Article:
Liu Guizhen, a member of the Communist Party of China (CPC) in Daixian County, Xinzhou, a city in North China's Shanxi Province, has held the positions of village Party chief, village committee director, rural teacher and doctor during the past 40 years. Prior to joining the Party, Liu asked her father what she should do to be a qualified Party member. "Think about others in your heart and try your best to help them" was his reply. That has been the life pursuit of both father and daughter.
The meeting, in a neighboring township, concludes around noon. As soon as it finishes, Liu Guizhen hurries back to her village to discuss improving the environment with several cadres. After that, she helps check the blood pressure of several villagers. From such moments, one can get a glimpse into Liu's busy life.
Liu was born in Duanjiawan, a small village near Nanshan Mountain, in Daixian County. Her father, Liu Baixiao, joined the Party in 1943, and became the village's first Party branch secretary in 1946.
"You are the only person who has received a high school education. Who else could be in the hot seat?" Liu Baixiao once told his daughter.
Her father's words stirred a sense of responsibility in Liu Guizhen. She gave up her opportunity to enter university and, in 1978, she became a rural doctor, so she could serve the local residents.
Ten years later, the only teacher in the village was transferred to another school.
"Just take over the classes until a new teacher comes here. It won't be long," Liu's father told her. Encouraged by her father, Liu Guizhen took on the added burden of being a substitute teacher.
In 1996, Liu Guizhen was elected the village's Party branch secretary. In 2003, she was elected director of the village committee.
Dedicated to Education, Health Care
Previously, the villagers would only go to hospital as a last resort, because they couldn't pay the medical bills. Having a rural doctor in the village had been a common aspiration of the locals for years.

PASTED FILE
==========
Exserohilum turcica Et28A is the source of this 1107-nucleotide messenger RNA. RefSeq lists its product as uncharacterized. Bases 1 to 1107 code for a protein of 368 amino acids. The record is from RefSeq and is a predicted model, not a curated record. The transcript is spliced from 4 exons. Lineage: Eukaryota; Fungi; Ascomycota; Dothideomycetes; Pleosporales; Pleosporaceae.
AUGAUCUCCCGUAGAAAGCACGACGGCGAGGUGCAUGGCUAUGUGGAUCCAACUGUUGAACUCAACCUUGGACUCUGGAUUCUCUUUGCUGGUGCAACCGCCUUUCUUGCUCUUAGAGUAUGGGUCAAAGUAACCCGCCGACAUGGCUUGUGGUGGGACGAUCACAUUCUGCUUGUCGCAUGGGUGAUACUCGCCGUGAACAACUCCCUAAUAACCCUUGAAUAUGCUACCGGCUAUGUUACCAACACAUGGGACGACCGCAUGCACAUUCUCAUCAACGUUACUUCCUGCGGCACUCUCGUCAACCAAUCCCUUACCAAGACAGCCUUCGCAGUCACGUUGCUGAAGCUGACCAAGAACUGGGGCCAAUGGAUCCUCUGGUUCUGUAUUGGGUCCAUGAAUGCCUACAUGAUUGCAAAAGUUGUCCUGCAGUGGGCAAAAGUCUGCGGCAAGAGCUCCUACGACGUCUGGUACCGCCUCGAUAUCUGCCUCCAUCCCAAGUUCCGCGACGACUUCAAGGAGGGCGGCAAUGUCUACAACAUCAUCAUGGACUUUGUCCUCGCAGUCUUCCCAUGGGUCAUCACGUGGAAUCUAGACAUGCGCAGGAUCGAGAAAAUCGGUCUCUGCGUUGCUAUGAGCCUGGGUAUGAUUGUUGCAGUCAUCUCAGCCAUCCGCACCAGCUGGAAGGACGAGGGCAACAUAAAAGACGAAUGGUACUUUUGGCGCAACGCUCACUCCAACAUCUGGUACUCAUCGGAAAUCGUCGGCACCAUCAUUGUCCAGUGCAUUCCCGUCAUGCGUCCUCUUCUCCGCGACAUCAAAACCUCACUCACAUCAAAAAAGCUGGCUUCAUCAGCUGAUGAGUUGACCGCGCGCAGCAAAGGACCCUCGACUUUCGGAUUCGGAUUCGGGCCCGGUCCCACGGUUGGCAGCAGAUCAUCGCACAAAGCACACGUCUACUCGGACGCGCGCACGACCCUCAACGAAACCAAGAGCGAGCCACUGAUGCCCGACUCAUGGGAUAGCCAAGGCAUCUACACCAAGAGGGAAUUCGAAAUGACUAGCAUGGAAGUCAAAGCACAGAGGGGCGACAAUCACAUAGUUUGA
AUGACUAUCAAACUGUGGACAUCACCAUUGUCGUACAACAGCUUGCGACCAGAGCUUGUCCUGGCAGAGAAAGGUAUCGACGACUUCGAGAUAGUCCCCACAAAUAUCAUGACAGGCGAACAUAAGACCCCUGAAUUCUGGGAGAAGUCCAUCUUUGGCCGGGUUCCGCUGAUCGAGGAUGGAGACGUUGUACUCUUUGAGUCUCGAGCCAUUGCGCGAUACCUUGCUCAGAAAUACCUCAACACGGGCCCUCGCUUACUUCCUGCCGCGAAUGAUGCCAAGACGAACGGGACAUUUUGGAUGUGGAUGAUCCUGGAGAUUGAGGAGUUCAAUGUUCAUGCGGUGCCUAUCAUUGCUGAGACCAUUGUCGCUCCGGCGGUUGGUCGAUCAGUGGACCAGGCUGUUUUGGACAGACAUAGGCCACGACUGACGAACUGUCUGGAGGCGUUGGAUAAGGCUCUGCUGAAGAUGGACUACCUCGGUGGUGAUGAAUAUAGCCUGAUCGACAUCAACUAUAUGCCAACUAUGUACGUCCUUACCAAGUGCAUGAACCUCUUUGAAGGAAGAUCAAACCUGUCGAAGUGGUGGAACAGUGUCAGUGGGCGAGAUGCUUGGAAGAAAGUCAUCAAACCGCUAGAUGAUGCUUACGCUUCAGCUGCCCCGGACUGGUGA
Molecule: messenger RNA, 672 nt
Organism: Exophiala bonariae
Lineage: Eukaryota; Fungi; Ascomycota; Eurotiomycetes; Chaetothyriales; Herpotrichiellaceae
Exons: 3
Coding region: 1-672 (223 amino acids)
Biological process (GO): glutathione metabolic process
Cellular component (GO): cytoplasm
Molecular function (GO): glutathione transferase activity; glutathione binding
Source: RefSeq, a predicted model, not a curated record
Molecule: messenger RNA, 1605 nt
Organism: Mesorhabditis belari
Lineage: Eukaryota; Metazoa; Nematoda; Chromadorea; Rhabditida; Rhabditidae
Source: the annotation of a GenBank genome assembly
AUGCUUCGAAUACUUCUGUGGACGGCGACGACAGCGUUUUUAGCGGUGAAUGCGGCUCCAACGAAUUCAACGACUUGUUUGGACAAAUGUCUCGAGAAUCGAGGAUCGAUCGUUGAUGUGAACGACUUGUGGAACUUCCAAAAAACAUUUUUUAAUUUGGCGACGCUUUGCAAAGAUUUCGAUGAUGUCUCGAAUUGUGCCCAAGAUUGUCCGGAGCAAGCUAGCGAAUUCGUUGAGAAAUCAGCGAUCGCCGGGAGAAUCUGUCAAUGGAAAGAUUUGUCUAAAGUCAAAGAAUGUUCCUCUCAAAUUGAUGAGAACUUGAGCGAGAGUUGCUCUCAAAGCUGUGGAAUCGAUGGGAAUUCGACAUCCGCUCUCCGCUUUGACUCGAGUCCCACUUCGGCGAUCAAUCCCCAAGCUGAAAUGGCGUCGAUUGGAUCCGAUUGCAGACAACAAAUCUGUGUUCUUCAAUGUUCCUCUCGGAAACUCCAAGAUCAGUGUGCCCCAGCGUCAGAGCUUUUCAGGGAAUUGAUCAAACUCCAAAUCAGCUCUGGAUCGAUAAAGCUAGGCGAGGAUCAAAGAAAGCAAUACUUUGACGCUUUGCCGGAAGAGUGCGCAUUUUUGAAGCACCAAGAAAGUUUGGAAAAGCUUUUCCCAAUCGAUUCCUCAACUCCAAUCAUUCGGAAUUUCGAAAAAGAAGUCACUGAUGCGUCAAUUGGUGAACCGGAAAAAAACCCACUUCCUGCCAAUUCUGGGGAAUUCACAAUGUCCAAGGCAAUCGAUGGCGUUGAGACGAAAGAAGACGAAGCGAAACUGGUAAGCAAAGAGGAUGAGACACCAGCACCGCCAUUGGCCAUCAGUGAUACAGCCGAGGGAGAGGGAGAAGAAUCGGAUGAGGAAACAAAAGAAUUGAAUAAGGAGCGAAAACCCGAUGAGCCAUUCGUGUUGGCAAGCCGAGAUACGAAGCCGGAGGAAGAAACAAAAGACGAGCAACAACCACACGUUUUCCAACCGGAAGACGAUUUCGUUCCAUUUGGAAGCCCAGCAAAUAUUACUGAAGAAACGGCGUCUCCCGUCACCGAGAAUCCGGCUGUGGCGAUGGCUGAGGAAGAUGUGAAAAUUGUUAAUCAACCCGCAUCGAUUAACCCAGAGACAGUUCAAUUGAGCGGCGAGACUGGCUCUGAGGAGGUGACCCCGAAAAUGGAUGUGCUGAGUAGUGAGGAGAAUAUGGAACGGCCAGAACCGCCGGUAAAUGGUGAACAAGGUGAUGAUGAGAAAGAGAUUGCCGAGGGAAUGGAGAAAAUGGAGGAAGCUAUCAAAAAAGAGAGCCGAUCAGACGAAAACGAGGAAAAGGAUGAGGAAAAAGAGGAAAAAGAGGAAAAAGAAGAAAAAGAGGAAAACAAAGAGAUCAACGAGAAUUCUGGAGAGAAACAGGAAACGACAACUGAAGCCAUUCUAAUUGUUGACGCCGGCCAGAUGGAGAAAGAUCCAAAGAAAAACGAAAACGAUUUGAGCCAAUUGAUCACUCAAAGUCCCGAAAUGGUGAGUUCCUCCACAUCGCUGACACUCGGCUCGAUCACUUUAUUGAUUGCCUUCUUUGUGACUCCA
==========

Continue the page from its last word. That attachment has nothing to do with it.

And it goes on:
Under this situation, Liu Guizhen went to the city, to study medicine. Half a year later, she completed her studies, returned to the village and began treating patients.
|Liu Guizhen is at work.|
During the years that followed, she devoted herself to research, and her medical skills greatly improved. She taught herself acupuncture, and she has often used this form of TCM (traditional Chinese medicine) to treat the villagers for free. She sometimes uses her own money to buy medicine for villagers in need.
Once, a patient, Chen Zhiliang, spent more than 30,000 yuan (US $4,607) for treatment in a hospital, and that was a heavy burden on his family. Liu Guizhen helped Chen receive reimbursement for those fees through the rural cooperative medical insurance program.
The rural cooperative medical insurance system, implemented by the Chinese Government in 2003, has ensured rural residents have received — without leaving them broke — access to basic health services. Initially, though, many of the villagers were not willing to pay the premium. Liu used her own money to pay the premiums for some villagers. After Chen was reimbursed for his medical expenses, more of the villagers decided to join the program.
Residents in surrounding villages have also asked her to provide medical care to their families. Liu Guizhen's home is more than five kilometers from the furthest village. In the past, bicycle-friendly highways did not exist between the villages; as a result, she had to trudge up rugged mountain roads. Sometimes, she stayed overnight in patients' houses because it was too late to return home.
"I have learned skills that happen to be useful to the folks, so I wish to be worthy of them," Liu Guizhen says.
In 1988, the village's only primary school teacher moved away. Given the village's remote and backward environment, other teachers were not willing to relocate to the village. Parents grew anxious about the suspension of classes. Liu Guizhen once again stepped into the void.